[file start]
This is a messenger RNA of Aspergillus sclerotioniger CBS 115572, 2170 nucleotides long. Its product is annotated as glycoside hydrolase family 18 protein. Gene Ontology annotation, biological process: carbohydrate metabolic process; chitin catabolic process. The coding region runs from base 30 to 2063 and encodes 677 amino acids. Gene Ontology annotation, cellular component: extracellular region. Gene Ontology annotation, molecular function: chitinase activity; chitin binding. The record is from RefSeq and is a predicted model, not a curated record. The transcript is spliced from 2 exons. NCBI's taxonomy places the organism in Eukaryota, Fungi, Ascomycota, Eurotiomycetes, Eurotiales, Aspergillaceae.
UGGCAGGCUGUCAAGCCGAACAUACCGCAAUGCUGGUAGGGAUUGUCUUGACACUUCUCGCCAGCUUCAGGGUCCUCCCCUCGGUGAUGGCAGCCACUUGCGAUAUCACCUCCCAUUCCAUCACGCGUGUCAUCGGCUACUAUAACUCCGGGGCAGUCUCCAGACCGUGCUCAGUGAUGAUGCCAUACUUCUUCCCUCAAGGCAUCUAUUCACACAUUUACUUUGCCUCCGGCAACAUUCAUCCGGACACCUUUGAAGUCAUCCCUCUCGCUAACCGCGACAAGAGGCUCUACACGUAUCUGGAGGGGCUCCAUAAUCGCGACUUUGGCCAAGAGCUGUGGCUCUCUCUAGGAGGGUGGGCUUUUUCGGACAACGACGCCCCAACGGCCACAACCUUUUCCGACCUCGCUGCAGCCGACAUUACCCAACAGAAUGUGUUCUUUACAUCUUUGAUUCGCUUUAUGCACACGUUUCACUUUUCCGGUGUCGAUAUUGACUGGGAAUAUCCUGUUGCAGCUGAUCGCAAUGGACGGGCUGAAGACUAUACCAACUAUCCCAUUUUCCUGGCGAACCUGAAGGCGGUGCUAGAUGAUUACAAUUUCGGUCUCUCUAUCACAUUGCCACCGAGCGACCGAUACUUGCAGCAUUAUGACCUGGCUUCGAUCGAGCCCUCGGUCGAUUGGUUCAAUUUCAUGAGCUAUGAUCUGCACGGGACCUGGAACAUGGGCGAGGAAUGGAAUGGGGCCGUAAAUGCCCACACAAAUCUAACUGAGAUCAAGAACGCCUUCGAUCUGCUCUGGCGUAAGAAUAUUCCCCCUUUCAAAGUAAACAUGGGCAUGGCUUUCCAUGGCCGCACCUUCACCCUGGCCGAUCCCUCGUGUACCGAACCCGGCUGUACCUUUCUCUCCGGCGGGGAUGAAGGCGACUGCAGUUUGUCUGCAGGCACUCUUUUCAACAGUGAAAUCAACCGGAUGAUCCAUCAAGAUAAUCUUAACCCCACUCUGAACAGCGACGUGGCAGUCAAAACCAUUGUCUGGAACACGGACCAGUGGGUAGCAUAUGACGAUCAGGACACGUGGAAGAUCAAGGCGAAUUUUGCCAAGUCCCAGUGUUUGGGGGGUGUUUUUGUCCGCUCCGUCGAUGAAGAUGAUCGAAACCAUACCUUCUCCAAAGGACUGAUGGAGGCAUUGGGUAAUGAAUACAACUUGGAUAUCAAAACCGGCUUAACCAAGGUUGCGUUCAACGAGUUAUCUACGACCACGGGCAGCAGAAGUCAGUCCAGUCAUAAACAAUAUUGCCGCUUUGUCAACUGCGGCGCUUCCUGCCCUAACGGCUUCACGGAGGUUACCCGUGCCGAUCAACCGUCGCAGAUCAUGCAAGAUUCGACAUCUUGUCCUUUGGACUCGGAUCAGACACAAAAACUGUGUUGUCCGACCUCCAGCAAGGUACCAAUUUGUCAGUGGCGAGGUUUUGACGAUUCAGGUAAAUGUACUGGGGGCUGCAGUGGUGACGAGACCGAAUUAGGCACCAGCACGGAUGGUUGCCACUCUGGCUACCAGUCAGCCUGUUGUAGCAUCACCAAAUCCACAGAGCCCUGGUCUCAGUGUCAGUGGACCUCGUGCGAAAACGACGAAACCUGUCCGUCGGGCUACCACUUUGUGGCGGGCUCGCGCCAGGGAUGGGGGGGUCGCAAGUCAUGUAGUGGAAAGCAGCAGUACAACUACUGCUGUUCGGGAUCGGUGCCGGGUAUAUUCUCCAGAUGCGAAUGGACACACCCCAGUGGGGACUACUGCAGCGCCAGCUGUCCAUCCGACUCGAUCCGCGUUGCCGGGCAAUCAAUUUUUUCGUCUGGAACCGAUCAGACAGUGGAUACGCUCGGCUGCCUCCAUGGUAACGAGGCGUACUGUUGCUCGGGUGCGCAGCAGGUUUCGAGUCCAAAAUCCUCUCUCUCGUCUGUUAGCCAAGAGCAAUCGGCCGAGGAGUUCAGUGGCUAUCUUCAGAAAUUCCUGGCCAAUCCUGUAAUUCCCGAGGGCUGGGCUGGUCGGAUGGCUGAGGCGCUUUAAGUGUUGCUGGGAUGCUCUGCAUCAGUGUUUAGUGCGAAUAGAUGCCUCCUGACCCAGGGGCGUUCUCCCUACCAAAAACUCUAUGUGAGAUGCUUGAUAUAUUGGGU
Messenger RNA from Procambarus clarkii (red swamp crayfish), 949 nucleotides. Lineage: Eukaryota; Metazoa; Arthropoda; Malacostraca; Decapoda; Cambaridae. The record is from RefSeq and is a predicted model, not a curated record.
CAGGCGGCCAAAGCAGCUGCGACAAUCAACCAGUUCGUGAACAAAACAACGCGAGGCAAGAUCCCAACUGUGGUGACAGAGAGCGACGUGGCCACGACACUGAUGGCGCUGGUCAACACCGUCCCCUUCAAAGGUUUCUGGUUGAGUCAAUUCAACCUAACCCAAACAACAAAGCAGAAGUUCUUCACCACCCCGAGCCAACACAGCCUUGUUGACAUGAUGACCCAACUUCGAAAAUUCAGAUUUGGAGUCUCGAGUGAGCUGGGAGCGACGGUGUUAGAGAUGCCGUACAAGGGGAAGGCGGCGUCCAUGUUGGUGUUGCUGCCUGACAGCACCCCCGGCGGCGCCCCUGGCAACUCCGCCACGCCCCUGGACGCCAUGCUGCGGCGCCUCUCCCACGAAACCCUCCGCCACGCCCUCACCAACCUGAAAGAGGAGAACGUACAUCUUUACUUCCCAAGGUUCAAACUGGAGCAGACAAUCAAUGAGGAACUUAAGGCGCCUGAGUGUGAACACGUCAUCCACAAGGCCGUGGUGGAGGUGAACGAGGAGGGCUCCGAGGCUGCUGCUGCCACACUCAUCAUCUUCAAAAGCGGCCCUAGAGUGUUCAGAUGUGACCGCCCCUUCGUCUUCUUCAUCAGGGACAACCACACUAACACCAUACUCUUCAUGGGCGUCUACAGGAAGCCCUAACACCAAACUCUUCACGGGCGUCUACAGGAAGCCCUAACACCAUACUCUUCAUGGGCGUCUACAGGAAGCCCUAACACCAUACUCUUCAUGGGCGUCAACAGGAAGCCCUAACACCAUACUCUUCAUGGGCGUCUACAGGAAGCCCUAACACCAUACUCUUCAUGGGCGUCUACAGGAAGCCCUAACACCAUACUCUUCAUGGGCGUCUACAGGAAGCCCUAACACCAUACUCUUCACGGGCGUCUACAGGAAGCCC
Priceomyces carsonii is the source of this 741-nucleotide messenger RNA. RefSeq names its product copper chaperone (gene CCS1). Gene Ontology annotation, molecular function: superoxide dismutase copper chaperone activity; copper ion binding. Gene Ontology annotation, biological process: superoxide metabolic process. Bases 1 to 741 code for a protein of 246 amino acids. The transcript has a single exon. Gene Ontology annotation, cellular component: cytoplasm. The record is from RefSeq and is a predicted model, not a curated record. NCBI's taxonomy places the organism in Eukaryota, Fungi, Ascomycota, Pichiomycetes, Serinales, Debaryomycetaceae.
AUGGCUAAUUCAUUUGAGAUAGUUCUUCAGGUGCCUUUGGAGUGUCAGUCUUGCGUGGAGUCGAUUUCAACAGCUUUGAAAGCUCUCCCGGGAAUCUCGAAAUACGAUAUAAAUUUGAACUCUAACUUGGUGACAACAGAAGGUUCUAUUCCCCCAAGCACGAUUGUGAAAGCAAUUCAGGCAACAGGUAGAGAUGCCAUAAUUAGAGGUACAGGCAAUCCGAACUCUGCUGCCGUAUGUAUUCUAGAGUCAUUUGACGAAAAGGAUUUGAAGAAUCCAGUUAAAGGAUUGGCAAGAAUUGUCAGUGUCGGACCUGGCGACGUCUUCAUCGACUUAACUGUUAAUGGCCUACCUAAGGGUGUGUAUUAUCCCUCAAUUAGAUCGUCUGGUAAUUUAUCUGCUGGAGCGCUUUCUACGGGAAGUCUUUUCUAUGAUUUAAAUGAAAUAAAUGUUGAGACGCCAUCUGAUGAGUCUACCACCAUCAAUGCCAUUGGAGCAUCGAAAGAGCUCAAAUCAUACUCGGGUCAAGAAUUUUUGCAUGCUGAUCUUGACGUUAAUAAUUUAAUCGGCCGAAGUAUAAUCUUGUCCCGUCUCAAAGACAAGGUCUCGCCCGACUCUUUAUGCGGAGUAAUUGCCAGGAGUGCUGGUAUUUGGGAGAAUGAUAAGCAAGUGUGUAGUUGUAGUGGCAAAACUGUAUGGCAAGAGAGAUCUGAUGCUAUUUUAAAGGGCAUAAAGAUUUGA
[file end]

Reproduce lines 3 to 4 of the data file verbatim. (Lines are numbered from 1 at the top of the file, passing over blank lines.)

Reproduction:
Messenger RNA from Procambarus clarkii (red swamp crayfish), 949 nucleotides. Lineage: Eukaryota; Metazoa; Arthropoda; Malacostraca; Decapoda; Cambaridae. The record is from RefSeq and is a predicted model, not a curated record.
CAGGCGGCCAAAGCAGCUGCGACAAUCAACCAGUUCGUGAACAAAACAACGCGAGGCAAGAUCCCAACUGUGGUGACAGAGAGCGACGUGGCCACGACACUGAUGGCGCUGGUCAACACCGUCCCCUUCAAAGGUUUCUGGUUGAGUCAAUUCAACCUAACCCAAACAACAAAGCAGAAGUUCUUCACCACCCCGAGCCAACACAGCCUUGUUGACAUGAUGACCCAACUUCGAAAAUUCAGAUUUGGAGUCUCGAGUGAGCUGGGAGCGACGGUGUUAGAGAUGCCGUACAAGGGGAAGGCGGCGUCCAUGUUGGUGUUGCUGCCUGACAGCACCCCCGGCGGCGCCCCUGGCAACUCCGCCACGCCCCUGGACGCCAUGCUGCGGCGCCUCUCCCACGAAACCCUCCGCCACGCCCUCACCAACCUGAAAGAGGAGAACGUACAUCUUUACUUCCCAAGGUUCAAACUGGAGCAGACAAUCAAUGAGGAACUUAAGGCGCCUGAGUGUGAACACGUCAUCCACAAGGCCGUGGUGGAGGUGAACGAGGAGGGCUCCGAGGCUGCUGCUGCCACACUCAUCAUCUUCAAAAGCGGCCCUAGAGUGUUCAGAUGUGACCGCCCCUUCGUCUUCUUCAUCAGGGACAACCACACUAACACCAUACUCUUCAUGGGCGUCUACAGGAAGCCCUAACACCAAACUCUUCACGGGCGUCUACAGGAAGCCCUAACACCAUACUCUUCAUGGGCGUCUACAGGAAGCCCUAACACCAUACUCUUCAUGGGCGUCAACAGGAAGCCCUAACACCAUACUCUUCAUGGGCGUCUACAGGAAGCCCUAACACCAUACUCUUCAUGGGCGUCUACAGGAAGCCCUAACACCAUACUCUUCAUGGGCGUCUACAGGAAGCCCUAACACCAUACUCUUCACGGGCGUCUACAGGAAGCCC